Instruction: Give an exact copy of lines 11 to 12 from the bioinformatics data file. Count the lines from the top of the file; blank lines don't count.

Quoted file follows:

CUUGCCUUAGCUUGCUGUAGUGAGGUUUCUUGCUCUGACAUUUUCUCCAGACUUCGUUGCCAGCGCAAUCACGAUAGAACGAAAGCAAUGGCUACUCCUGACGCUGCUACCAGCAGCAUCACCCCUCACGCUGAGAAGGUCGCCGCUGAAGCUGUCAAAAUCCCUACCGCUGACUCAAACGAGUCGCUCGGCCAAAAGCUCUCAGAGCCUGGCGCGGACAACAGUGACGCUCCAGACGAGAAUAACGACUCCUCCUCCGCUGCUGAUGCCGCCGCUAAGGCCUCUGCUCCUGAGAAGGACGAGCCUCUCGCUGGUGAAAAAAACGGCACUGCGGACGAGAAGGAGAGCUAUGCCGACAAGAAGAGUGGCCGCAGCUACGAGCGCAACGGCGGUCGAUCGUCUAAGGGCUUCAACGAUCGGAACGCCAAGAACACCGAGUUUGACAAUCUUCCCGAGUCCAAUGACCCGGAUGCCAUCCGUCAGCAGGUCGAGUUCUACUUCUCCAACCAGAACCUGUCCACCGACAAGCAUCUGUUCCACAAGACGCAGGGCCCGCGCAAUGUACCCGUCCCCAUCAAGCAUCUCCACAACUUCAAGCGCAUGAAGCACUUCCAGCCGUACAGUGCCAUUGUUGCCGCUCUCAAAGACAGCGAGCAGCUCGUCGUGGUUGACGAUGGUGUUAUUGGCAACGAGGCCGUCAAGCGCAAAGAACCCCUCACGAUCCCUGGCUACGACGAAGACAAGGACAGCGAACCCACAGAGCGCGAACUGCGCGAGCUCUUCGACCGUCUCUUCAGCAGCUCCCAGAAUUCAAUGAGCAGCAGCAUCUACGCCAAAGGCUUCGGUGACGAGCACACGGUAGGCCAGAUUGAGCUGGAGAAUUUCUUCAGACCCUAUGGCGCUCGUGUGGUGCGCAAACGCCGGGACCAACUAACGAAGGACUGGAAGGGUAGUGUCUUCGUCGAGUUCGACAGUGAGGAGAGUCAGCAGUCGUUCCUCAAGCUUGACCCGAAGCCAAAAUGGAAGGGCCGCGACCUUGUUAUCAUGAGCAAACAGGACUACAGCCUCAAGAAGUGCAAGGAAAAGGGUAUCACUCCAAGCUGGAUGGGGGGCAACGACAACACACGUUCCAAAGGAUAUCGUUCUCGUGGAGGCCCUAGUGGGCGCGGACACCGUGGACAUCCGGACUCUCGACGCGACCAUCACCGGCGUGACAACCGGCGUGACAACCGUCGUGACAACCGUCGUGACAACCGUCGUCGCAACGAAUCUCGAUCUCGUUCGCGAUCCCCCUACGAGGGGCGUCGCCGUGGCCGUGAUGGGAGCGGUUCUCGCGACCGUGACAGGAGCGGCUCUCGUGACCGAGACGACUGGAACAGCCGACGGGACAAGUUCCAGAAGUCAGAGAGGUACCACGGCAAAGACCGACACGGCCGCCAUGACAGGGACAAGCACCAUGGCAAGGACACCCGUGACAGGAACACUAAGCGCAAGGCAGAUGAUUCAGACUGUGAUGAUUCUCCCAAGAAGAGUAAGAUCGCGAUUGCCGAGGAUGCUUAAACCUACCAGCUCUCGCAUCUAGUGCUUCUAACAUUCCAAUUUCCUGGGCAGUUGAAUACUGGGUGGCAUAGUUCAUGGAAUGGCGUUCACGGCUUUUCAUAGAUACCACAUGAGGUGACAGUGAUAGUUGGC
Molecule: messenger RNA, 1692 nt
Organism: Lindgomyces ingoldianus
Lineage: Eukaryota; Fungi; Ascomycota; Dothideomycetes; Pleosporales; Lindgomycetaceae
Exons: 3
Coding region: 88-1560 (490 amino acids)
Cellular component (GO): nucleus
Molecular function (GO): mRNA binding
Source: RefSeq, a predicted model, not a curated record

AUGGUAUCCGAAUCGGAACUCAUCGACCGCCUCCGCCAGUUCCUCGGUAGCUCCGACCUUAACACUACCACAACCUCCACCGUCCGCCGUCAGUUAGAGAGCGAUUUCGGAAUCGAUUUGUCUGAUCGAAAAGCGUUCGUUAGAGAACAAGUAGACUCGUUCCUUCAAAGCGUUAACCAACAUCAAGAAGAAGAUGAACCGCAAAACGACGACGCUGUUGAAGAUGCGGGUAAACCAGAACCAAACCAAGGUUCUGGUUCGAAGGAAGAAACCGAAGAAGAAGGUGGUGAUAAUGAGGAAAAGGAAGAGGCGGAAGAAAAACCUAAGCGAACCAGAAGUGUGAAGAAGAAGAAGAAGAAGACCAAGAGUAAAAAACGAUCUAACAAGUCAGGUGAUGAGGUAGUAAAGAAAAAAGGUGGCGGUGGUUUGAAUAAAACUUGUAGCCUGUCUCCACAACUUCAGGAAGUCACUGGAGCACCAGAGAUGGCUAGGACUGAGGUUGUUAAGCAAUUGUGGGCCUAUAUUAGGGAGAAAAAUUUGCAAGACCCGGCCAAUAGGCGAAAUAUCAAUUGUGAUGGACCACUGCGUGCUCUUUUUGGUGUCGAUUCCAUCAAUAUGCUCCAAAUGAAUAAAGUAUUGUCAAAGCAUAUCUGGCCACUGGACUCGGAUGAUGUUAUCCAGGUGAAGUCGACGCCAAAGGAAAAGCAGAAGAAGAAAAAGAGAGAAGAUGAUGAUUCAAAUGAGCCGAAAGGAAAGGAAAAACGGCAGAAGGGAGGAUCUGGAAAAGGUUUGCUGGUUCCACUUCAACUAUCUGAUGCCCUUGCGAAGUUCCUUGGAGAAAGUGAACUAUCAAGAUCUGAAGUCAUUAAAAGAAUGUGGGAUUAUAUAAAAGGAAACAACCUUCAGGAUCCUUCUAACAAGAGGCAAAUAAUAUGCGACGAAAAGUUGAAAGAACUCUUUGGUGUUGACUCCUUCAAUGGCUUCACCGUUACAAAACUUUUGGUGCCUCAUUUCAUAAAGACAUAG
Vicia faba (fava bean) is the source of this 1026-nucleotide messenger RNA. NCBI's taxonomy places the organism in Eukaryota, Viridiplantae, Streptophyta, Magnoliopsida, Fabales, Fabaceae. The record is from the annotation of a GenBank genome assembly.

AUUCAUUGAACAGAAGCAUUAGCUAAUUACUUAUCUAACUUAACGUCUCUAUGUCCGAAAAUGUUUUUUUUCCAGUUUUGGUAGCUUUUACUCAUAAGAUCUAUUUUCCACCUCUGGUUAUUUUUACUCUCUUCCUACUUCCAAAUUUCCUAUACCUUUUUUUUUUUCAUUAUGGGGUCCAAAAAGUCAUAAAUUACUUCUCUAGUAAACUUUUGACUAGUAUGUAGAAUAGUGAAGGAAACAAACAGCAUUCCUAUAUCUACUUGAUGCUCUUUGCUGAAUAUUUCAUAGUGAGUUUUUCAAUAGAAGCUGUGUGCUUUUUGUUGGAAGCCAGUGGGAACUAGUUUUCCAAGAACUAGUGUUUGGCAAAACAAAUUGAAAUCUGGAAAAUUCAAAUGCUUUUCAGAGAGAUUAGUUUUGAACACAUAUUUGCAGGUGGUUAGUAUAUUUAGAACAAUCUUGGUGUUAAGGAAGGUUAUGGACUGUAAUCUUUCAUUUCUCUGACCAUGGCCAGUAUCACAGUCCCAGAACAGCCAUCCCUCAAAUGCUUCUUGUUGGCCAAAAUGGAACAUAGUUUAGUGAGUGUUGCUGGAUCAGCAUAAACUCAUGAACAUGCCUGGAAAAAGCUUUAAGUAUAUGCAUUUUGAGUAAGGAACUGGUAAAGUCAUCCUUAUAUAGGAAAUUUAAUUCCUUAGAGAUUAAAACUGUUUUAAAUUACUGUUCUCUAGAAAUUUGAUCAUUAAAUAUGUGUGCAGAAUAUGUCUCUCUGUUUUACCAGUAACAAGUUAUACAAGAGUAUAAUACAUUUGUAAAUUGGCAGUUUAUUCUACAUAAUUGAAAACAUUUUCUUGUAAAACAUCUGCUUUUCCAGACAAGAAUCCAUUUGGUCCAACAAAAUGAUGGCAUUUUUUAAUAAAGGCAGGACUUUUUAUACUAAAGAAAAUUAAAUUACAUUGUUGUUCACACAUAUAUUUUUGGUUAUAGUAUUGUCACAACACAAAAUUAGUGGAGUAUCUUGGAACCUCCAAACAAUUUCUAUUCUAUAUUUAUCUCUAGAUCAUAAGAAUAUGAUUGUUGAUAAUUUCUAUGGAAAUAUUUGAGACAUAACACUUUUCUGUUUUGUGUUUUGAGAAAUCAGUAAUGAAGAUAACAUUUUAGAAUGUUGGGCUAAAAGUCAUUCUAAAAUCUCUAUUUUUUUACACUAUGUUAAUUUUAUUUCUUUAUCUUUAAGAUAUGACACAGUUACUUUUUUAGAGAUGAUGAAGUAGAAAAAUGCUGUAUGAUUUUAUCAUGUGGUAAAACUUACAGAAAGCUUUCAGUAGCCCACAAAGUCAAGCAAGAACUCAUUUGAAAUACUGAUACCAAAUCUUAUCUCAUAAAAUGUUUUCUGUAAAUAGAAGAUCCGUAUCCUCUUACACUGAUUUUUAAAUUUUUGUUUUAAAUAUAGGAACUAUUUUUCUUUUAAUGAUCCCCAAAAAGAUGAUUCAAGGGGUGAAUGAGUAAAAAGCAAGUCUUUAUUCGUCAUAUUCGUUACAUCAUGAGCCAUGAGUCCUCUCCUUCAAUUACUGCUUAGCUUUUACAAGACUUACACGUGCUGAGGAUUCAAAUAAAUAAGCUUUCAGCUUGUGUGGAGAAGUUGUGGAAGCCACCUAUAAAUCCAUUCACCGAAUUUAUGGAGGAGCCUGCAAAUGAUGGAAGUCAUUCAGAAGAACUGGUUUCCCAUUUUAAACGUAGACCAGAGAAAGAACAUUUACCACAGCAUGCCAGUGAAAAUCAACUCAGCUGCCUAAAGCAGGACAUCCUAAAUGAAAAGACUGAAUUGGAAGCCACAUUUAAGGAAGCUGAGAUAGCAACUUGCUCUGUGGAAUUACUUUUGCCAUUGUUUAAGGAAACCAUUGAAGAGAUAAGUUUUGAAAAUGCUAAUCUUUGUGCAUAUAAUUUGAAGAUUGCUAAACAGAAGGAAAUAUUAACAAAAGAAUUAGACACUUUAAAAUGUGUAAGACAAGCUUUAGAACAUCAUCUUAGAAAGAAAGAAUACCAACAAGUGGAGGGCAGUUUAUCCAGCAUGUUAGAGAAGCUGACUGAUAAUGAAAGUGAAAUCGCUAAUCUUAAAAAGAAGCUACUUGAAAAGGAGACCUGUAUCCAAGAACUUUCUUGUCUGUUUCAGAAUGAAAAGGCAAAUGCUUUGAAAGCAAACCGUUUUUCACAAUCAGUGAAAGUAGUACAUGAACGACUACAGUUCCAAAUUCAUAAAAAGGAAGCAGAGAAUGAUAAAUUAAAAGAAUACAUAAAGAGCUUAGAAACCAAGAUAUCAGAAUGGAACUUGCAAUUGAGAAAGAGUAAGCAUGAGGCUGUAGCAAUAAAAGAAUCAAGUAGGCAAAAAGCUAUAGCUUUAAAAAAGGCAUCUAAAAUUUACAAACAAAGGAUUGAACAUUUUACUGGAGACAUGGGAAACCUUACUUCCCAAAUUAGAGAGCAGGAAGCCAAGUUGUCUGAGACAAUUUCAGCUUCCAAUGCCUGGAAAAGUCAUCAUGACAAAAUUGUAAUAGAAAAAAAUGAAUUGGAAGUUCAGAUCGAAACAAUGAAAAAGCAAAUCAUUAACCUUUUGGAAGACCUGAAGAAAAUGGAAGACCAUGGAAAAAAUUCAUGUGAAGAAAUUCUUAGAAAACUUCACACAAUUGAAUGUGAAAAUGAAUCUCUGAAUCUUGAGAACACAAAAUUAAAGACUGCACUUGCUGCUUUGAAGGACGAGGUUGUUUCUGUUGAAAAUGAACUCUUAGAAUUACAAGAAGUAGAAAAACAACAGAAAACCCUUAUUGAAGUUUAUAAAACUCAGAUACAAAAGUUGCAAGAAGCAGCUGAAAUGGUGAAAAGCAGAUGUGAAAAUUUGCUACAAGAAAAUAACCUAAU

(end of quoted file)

Vicia faba (fava bean) is the source of this 1026-nucleotide messenger RNA. NCBI's taxonomy places the organism in Eukaryota, Viridiplantae, Streptophyta, Magnoliopsida, Fabales, Fabaceae. The record is from the annotation of a GenBank genome assembly.

AUUCAUUGAACAGAAGCAUUAGCUAAUUACUUAUCUAACUUAACGUCUCUAUGUCCGAAAAUGUUUUUUUUCCAGUUUUGGUAGCUUUUACUCAUAAGAUCUAUUUUCCACCUCUGGUUAUUUUUACUCUCUUCCUACUUCCAAAUUUCCUAUACCUUUUUUUUUUUCAUUAUGGGGUCCAAAAAGUCAUAAAUUACUUCUCUAGUAAACUUUUGACUAGUAUGUAGAAUAGUGAAGGAAACAAACAGCAUUCCUAUAUCUACUUGAUGCUCUUUGCUGAAUAUUUCAUAGUGAGUUUUUCAAUAGAAGCUGUGUGCUUUUUGUUGGAAGCCAGUGGGAACUAGUUUUCCAAGAACUAGUGUUUGGCAAAACAAAUUGAAAUCUGGAAAAUUCAAAUGCUUUUCAGAGAGAUUAGUUUUGAACACAUAUUUGCAGGUGGUUAGUAUAUUUAGAACAAUCUUGGUGUUAAGGAAGGUUAUGGACUGUAAUCUUUCAUUUCUCUGACCAUGGCCAGUAUCACAGUCCCAGAACAGCCAUCCCUCAAAUGCUUCUUGUUGGCCAAAAUGGAACAUAGUUUAGUGAGUGUUGCUGGAUCAGCAUAAACUCAUGAACAUGCCUGGAAAAAGCUUUAAGUAUAUGCAUUUUGAGUAAGGAACUGGUAAAGUCAUCCUUAUAUAGGAAAUUUAAUUCCUUAGAGAUUAAAACUGUUUUAAAUUACUGUUCUCUAGAAAUUUGAUCAUUAAAUAUGUGUGCAGAAUAUGUCUCUCUGUUUUACCAGUAACAAGUUAUACAAGAGUAUAAUACAUUUGUAAAUUGGCAGUUUAUUCUACAUAAUUGAAAACAUUUUCUUGUAAAACAUCUGCUUUUCCAGACAAGAAUCCAUUUGGUCCAACAAAAUGAUGGCAUUUUUUAAUAAAGGCAGGACUUUUUAUACUAAAGAAAAUUAAAUUACAUUGUUGUUCACACAUAUAUUUUUGGUUAUAGUAUUGUCACAACACAAAAUUAGUGGAGUAUCUUGGAACCUCCAAACAAUUUCUAUUCUAUAUUUAUCUCUAGAUCAUAAGAAUAUGAUUGUUGAUAAUUUCUAUGGAAAUAUUUGAGACAUAACACUUUUCUGUUUUGUGUUUUGAGAAAUCAGUAAUGAAGAUAACAUUUUAGAAUGUUGGGCUAAAAGUCAUUCUAAAAUCUCUAUUUUUUUACACUAUGUUAAUUUUAUUUCUUUAUCUUUAAGAUAUGACACAGUUACUUUUUUAGAGAUGAUGAAGUAGAAAAAUGCUGUAUGAUUUUAUCAUGUGGUAAAACUUACAGAAAGCUUUCAGUAGCCCACAAAGUCAAGCAAGAACUCAUUUGAAAUACUGAUACCAAAUCUUAUCUCAUAAAAUGUUUUCUGUAAAUAGAAGAUCCGUAUCCUCUUACACUGAUUUUUAAAUUUUUGUUUUAAAUAUAGGAACUAUUUUUCUUUUAAUGAUCCCCAAAAAGAUGAUUCAAGGGGUGAAUGAGUAAAAAGCAAGUCUUUAUUCGUCAUAUUCGUUACAUCAUGAGCCAUGAGUCCUCUCCUUCAAUUACUGCUUAGCUUUUACAAGACUUACACGUGCUGAGGAUUCAAAUAAAUAAGCUUUCAGCUUGUGUGGAGAAGUUGUGGAAGCCACCUAUAAAUCCAUUCACCGAAUUUAUGGAGGAGCCUGCAAAUGAUGGAAGUCAUUCAGAAGAACUGGUUUCCCAUUUUAAACGUAGACCAGAGAAAGAACAUUUACCACAGCAUGCCAGUGAAAAUCAACUCAGCUGCCUAAAGCAGGACAUCCUAAAUGAAAAGACUGAAUUGGAAGCCACAUUUAAGGAAGCUGAGAUAGCAACUUGCUCUGUGGAAUUACUUUUGCCAUUGUUUAAGGAAACCAUUGAAGAGAUAAGUUUUGAAAAUGCUAAUCUUUGUGCAUAUAAUUUGAAGAUUGCUAAACAGAAGGAAAUAUUAACAAAAGAAUUAGACACUUUAAAAUGUGUAAGACAAGCUUUAGAACAUCAUCUUAGAAAGAAAGAAUACCAACAAGUGGAGGGCAGUUUAUCCAGCAUGUUAGAGAAGCUGACUGAUAAUGAAAGUGAAAUCGCUAAUCUUAAAAAGAAGCUACUUGAAAAGGAGACCUGUAUCCAAGAACUUUCUUGUCUGUUUCAGAAUGAAAAGGCAAAUGCUUUGAAAGCAAACCGUUUUUCACAAUCAGUGAAAGUAGUACAUGAACGACUACAGUUCCAAAUUCAUAAAAAGGAAGCAGAGAAUGAUAAAUUAAAAGAAUACAUAAAGAGCUUAGAAACCAAGAUAUCAGAAUGGAACUUGCAAUUGAGAAAGAGUAAGCAUGAGGCUGUAGCAAUAAAAGAAUCAAGUAGGCAAAAAGCUAUAGCUUUAAAAAAGGCAUCUAAAAUUUACAAACAAAGGAUUGAACAUUUUACUGGAGACAUGGGAAACCUUACUUCCCAAAUUAGAGAGCAGGAAGCCAAGUUGUCUGAGACAAUUUCAGCUUCCAAUGCCUGGAAAAGUCAUCAUGACAAAAUUGUAAUAGAAAAAAAUGAAUUGGAAGUUCAGAUCGAAACAAUGAAAAAGCAAAUCAUUAACCUUUUGGAAGACCUGAAGAAAAUGGAAGACCAUGGAAAAAAUUCAUGUGAAGAAAUUCUUAGAAAACUUCACACAAUUGAAUGUGAAAAUGAAUCUCUGAAUCUUGAGAACACAAAAUUAAAGACUGCACUUGCUGCUUUGAAGGACGAGGUUGUUUCUGUUGAAAAUGAACUCUUAGAAUUACAAGAAGUAGAAAAACAACAGAAAACCCUUAUUGAAGUUUAUAAAACUCAGAUACAAAAGUUGCAAGAAGCAGCUGAAAUGGUGAAAAGCAGAUGUGAAAAUUUGCUACAAGAAAAUAACCUAAU